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Astronomers capture black hole gobbling up a star in a “hyper-feeding frenzy”

“It’s probably swallowing the star at the rate of half the mass of the sun per year.”



Enlarge / Illustration of a star being spaghettified as it’s sucked in by a supermassive black hole during a tidal disruption event (TDE). (credit: ESO/M. Kornmesser)

Earlier this year, astronomers picked up an unusually bright signal in the X-ray, optical, and radio regimes, dubbed AT 2022cmc. They’ve now determined that the most likely source of that signal is a supermassive black hole gobbling up a star in a “hyper-feeding frenzy,” shooting out jets of matter in what’s known as a tidal disruption event (TDE). According to a new paper published in the journal Nature Astronomy, it’s one for the record books: the furthest such event yet detected at roughly 8.5 billion light-years away.

The authors estimate the jet from this TDE is traveling at 99.99 percent the speed of light, meaning the black hole is really chowing down on its stellar repast. “It’s probably swallowing the star at the rate of half the mass of the sun per year,” said co-author Dheeraj “DJ” Pasham of the University of Birmingham. “A lot of this tidal disruption happens early on, and we were able to catch this event right at the beginning, within one week of the black hole starting to feed on the star.”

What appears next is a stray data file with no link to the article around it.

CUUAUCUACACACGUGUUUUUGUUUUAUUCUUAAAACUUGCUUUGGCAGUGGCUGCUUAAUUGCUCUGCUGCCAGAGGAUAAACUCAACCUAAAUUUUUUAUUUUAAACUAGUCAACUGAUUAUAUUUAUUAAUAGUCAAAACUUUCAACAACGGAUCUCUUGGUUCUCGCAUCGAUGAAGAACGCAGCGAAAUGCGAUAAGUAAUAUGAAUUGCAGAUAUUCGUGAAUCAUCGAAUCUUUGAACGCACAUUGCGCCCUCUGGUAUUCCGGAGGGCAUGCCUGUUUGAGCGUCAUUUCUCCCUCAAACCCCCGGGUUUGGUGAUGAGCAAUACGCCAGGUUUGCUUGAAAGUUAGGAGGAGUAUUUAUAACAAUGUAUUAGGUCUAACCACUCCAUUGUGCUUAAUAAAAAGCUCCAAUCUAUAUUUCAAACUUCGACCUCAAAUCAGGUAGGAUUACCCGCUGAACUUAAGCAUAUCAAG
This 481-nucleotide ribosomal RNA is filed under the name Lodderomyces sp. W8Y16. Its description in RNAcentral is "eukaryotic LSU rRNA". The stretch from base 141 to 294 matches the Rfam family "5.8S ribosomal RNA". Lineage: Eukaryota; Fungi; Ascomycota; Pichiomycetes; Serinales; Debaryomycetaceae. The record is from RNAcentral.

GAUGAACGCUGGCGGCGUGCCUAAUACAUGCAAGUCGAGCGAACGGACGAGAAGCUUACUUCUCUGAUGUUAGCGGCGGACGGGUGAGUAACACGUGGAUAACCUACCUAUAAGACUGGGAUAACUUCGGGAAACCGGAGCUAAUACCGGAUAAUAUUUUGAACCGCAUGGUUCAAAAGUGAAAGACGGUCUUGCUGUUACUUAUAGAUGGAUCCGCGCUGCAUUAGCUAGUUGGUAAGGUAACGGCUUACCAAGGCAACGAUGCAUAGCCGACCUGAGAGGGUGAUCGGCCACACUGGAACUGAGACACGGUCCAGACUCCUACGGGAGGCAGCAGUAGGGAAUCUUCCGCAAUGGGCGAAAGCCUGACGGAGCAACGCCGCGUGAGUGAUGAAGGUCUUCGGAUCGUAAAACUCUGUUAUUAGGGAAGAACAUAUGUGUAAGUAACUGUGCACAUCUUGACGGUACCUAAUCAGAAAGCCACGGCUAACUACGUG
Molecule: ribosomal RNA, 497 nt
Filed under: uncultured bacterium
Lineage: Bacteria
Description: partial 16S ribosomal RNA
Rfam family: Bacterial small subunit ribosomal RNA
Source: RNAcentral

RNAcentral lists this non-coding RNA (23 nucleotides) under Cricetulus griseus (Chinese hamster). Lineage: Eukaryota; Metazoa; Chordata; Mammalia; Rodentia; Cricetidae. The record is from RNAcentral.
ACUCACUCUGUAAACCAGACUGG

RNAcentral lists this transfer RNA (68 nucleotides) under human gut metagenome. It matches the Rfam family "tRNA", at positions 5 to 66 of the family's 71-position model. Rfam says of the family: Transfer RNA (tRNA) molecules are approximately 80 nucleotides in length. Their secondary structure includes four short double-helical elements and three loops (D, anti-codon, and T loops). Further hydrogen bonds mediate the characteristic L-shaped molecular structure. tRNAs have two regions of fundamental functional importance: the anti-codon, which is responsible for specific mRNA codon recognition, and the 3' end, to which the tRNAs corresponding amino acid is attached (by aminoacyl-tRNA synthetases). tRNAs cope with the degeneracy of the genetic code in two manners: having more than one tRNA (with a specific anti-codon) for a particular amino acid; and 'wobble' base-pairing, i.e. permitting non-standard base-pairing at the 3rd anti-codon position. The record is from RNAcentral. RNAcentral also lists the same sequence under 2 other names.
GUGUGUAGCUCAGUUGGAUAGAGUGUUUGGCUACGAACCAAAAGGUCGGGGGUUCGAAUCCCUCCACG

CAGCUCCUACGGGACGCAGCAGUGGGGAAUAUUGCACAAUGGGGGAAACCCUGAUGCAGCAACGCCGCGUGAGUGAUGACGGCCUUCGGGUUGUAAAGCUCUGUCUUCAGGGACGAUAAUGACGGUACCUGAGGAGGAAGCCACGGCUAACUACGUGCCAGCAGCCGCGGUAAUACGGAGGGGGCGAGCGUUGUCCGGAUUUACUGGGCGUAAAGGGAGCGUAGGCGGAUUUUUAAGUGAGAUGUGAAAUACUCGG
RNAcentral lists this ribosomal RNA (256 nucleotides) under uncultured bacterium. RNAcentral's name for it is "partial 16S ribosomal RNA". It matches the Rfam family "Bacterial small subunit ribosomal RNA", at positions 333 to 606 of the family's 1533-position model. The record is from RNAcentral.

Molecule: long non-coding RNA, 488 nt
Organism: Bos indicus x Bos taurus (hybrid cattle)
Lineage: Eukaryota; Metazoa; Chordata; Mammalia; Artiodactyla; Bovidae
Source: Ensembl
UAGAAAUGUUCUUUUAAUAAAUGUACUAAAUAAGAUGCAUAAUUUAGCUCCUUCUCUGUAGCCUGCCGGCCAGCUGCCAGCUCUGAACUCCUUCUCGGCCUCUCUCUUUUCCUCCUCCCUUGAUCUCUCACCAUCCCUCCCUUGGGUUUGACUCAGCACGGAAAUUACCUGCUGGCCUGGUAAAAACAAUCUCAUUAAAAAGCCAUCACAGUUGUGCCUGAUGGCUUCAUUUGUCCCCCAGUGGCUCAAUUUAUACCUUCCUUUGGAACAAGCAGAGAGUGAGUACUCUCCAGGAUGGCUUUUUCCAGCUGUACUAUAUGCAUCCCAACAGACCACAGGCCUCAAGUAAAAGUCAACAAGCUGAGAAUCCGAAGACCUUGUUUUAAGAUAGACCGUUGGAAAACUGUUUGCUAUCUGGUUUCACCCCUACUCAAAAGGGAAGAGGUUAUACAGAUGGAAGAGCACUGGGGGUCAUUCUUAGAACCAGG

As we’ve reported previously, it’s a popular misconception that black holes behave like cosmic vacuum cleaners, ravenously sucking up any matter in their surroundings. In reality, only stuff that passes beyond the event horizon—including light—is swallowed up and can’t escape, although black holes are also messy eaters. That means that part of an object’s matter is ejected in a powerful jet.

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